Non-theistic models for objective morality:
Apologists defending this first premise also have the task of demonstrating that it is impossible for a non-theistic model of moral realism to account for objective moral values. This is difficult, because even if it were the case that all currently existing non-theistic models of establishing objective moral values fail, it does not follow that it is impossible for one to do so. I could just mean none have been formulated as yet. To try to argue that it is impossible for a non-theistic model of ethics to account for objective moral values (as the first premise suggests), the apologist would have to either demonstrate that a logical contradiction would necessarily entail from any and all possible non-theistic account(s) of objective moral values (which they have not), or demonstrate that they (the apologists) have omniscience (which they don’t).
The first premise of the moral argument remains unsubstantiated, and therefore, fails.
PREMISE 2: Objective moral values do exist
Can moral values be objective? Can there be moral values that do not depend on social custom or individual acceptance? Proponents of the moral argument, including Craig do not offer any arguments to demonstrate that objective moral values actually exist. To quote Craig again:
But the problem is that objective values do exist, and deep down I think we all know it. There is no more reason to deny the objective reality of moral values than the objective reality of the physical world. Actions like rape, cruelty, torture, and child-abuse aren’t just socially unacceptable behavior. These are moral abominations. Some things are really wrong. Similarly, love, equality and generosity are really good.
Examples of rape and child abuse are introduced in order to force the atheist to admit that under no circumstances would he consider those actions right – no matter what the context. After the atheist does so, an apologist will use this as evidence that even the atheist concedes that objective moral values exist, thereby confirming his second premise.
Objective moral values – Non-theistic:
Indeed, there are many atheists (and even theists) who argue for some form of non-theistic system for establishing objective moral values.
Many of these systems adopt a utilitarian approach, in which they basically argue moral values can be determined by evaluating to what degree an action maximises the well being of individuals while minimizing unnecessary harm (or satisfies the most number of desires whilst thwarting the least number of the same). Justifiably, critics will ask what would happen if it were the case that the entire society thought that rape was good – or that raping a woman maximised the desires of the majority. Using the atheist’s own utilitarian argument, in this particular example, it would imply that it is objectively morally good for women to be raped. Thus, basing objective morality on the degree to which that action maximised the wellbeing (or fulfilled the most desires) of the most individuals puts the atheist in an awkward position of having to endorse atrocities, should the majority find it agreeable.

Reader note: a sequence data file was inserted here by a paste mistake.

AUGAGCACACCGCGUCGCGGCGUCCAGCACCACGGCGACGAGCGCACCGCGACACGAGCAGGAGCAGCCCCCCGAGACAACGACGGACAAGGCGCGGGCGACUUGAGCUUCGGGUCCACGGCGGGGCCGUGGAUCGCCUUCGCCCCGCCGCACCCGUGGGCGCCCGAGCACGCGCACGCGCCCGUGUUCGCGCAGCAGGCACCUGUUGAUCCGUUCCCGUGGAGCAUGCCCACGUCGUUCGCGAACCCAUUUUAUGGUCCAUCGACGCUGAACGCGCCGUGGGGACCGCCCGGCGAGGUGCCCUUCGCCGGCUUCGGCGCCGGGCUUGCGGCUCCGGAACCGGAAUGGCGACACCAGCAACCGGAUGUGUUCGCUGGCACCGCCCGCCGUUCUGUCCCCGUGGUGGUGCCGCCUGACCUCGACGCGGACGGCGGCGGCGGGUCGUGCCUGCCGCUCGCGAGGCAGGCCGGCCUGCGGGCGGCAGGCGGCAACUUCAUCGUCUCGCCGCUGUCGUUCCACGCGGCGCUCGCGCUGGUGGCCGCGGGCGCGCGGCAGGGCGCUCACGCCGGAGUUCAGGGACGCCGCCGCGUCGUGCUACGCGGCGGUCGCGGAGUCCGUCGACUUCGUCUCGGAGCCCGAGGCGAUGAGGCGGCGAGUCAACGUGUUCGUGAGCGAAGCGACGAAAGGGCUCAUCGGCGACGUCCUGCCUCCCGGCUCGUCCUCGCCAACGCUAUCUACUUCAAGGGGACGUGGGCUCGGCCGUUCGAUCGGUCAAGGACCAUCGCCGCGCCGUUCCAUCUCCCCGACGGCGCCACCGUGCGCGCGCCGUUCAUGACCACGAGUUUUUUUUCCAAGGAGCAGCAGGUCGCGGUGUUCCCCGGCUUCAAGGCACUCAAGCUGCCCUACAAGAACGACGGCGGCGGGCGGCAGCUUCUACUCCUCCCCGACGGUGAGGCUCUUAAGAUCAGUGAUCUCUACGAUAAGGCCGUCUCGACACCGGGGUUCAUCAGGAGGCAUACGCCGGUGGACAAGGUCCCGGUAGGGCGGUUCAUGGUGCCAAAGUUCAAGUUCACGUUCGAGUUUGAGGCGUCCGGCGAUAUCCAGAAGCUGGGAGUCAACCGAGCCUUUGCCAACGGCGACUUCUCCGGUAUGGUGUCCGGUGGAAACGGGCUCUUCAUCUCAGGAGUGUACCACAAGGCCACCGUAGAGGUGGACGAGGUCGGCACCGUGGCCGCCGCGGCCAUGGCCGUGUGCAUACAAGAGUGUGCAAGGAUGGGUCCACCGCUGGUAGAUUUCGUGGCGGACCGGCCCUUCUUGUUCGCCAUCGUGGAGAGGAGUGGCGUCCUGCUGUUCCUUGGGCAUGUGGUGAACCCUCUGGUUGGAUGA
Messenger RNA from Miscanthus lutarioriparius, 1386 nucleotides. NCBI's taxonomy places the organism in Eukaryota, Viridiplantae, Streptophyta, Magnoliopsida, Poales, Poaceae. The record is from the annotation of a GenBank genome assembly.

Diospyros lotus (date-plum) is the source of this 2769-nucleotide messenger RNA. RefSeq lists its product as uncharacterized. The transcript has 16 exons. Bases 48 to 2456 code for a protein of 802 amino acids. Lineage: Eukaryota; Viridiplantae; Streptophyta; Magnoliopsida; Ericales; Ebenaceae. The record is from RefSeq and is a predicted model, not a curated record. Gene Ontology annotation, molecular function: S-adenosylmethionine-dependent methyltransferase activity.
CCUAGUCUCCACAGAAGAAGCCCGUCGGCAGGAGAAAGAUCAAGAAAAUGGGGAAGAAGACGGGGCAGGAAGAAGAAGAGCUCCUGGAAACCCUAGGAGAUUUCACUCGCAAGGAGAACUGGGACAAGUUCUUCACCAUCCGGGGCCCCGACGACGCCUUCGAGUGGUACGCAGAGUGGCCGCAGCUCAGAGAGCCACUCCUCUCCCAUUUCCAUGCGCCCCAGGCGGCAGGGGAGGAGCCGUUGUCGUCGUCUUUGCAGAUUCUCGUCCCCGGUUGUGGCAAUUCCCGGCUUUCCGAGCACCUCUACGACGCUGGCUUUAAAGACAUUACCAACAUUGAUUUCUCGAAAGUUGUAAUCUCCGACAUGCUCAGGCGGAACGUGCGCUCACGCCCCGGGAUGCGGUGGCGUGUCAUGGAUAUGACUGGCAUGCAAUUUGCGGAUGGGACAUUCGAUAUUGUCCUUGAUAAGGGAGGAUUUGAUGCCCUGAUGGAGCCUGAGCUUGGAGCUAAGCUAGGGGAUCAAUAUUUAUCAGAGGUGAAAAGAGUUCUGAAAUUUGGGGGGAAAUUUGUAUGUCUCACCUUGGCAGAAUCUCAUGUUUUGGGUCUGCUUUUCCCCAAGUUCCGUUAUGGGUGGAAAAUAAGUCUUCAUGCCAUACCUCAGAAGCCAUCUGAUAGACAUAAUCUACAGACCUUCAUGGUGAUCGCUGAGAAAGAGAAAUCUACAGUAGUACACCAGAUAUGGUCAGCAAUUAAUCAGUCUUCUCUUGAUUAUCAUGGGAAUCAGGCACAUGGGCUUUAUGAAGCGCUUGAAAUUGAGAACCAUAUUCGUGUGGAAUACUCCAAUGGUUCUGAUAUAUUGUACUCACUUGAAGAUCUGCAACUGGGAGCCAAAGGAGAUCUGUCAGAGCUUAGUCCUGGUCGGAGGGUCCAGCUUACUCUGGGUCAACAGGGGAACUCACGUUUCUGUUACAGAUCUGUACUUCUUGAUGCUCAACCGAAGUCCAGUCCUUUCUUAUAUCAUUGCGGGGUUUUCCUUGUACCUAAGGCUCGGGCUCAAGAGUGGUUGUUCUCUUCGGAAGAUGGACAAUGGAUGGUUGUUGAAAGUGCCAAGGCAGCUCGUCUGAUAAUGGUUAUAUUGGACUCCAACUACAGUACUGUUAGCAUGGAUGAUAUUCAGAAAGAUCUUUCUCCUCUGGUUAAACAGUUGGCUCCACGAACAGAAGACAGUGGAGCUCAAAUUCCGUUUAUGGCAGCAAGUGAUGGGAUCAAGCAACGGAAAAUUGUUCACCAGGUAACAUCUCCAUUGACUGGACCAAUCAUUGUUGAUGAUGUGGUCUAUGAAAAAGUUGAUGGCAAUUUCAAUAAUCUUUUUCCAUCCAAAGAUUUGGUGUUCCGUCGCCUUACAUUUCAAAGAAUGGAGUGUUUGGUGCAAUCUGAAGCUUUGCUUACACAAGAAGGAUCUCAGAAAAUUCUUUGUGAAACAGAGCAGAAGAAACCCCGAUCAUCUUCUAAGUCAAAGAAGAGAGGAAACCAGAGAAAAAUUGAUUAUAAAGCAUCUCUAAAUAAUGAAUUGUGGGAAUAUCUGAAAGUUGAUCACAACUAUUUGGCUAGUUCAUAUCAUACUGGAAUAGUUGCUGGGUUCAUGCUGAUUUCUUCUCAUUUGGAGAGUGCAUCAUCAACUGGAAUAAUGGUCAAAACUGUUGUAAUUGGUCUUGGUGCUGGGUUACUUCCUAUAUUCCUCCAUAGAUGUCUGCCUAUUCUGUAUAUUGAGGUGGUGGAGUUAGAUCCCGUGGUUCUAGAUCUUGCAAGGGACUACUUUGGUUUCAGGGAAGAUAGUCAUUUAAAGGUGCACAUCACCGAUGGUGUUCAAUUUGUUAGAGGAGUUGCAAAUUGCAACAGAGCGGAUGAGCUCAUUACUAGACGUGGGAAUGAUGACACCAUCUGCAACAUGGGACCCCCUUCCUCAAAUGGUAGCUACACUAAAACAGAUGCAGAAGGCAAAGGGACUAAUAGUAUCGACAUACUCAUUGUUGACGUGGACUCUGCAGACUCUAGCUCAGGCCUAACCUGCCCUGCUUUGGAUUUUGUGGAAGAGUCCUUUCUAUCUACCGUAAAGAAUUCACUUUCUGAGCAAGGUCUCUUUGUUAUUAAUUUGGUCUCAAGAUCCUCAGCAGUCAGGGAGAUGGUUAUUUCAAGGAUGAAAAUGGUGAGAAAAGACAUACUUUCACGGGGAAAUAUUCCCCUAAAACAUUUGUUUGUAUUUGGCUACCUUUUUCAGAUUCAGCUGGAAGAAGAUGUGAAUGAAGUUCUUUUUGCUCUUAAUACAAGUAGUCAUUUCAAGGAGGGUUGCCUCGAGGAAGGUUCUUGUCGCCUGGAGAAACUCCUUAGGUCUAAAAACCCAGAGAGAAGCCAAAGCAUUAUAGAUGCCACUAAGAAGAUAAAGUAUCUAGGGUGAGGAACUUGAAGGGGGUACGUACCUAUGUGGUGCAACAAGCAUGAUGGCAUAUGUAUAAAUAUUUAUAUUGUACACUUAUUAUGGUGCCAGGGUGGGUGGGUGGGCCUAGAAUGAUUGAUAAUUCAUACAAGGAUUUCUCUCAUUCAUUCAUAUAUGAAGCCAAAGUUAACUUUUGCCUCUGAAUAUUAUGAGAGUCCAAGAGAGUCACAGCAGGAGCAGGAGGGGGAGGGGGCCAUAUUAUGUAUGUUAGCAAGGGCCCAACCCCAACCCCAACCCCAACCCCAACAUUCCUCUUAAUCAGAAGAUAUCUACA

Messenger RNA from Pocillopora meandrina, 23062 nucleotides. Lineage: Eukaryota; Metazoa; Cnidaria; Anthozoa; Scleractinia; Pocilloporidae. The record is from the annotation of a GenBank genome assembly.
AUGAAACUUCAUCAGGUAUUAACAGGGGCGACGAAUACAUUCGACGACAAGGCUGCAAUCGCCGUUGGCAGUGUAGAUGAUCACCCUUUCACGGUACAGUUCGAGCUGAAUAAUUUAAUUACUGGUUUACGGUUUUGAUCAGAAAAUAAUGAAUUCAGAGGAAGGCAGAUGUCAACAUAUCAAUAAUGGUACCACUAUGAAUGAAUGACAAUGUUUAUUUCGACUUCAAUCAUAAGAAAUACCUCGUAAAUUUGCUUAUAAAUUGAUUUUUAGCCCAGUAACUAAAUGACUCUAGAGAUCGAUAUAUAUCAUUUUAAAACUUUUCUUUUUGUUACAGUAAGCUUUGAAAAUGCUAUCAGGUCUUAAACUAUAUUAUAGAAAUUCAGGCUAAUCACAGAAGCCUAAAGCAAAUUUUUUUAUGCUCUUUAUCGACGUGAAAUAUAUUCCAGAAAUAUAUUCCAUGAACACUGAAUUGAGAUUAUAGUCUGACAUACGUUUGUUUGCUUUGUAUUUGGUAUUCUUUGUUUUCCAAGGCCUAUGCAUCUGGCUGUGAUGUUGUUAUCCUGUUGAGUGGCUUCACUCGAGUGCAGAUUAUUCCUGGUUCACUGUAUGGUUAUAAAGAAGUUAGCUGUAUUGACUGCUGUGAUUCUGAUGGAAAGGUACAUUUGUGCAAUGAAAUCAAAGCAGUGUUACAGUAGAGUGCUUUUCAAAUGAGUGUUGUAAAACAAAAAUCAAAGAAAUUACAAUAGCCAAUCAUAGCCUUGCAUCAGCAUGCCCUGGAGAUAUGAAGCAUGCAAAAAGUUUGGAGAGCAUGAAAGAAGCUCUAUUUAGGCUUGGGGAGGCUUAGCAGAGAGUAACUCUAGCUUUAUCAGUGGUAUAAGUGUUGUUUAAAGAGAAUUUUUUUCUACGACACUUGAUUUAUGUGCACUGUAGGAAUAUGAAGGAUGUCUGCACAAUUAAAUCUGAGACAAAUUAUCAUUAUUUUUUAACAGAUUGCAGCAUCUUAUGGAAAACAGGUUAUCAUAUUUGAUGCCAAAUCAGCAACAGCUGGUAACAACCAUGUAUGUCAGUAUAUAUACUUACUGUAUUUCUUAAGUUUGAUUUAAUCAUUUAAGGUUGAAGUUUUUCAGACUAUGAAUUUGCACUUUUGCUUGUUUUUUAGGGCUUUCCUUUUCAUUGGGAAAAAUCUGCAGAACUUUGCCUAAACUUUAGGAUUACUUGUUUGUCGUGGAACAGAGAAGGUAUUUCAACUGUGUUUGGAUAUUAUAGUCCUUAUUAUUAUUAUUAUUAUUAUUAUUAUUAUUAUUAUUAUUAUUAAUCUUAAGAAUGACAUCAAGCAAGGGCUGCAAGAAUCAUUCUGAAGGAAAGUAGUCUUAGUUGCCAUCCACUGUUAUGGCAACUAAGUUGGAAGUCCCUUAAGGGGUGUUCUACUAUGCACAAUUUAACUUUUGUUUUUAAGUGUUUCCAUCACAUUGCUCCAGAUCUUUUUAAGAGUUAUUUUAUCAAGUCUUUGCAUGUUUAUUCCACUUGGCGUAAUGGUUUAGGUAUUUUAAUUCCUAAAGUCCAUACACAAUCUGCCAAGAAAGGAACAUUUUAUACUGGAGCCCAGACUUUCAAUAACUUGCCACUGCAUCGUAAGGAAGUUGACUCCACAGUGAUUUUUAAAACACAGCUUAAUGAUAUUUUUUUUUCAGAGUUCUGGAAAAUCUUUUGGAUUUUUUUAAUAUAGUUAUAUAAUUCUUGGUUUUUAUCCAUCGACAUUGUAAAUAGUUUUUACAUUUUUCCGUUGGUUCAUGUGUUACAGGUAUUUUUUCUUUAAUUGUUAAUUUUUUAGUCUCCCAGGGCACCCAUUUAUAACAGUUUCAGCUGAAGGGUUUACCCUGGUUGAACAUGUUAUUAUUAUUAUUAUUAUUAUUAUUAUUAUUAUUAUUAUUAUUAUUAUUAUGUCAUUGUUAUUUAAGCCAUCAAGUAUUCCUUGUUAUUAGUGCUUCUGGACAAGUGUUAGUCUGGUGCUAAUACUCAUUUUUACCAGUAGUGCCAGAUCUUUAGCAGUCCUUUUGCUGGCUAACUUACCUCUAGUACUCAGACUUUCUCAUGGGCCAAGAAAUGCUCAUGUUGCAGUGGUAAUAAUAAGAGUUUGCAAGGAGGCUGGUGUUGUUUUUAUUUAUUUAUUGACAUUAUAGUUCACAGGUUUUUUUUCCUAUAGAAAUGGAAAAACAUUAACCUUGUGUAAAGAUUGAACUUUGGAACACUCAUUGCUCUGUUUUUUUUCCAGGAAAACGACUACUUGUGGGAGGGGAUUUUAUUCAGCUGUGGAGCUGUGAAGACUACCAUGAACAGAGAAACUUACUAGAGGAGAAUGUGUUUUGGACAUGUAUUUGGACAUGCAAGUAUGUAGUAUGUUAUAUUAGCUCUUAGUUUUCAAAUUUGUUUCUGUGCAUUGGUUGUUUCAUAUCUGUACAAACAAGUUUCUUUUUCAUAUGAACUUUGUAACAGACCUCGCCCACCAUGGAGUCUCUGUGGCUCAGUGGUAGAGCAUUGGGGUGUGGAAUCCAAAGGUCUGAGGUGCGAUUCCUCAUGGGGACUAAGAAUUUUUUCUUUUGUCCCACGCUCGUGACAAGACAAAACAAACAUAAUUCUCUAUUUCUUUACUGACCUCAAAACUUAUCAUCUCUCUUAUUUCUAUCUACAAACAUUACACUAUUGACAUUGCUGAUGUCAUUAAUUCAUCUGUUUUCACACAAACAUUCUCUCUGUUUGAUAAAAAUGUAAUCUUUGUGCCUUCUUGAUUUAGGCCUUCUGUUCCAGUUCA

And that’s just one problem with this approach to objective moral values.
The other problem is that morality under this system would still end up being subjective, because any measure of what action maximises the well-being of the majority would be nothing more than an aggregate total of individuals’ subjective reports on the degree of well-being that particular action has yielded.
Is the position of the theistic moral objectivist any better, with regards to objective moral values?
Objective moral values – Theistic:
An apologist who insists on claiming that objective moral values come from ‘God’ needs to explain why Christians hold widely divergent views on many moral issues – such as divorce, abortion, homosexuality, hip-hop music, tithing, etc. If objective moral values do exist, there must be a single objectively moral position on all these issues, yet there are many divisions among Christians regarding what is objectively moral and what is not. On what basis are Christians supposed to decide what the objective moral truth is when there are several competing alleged objective moral values among Christians?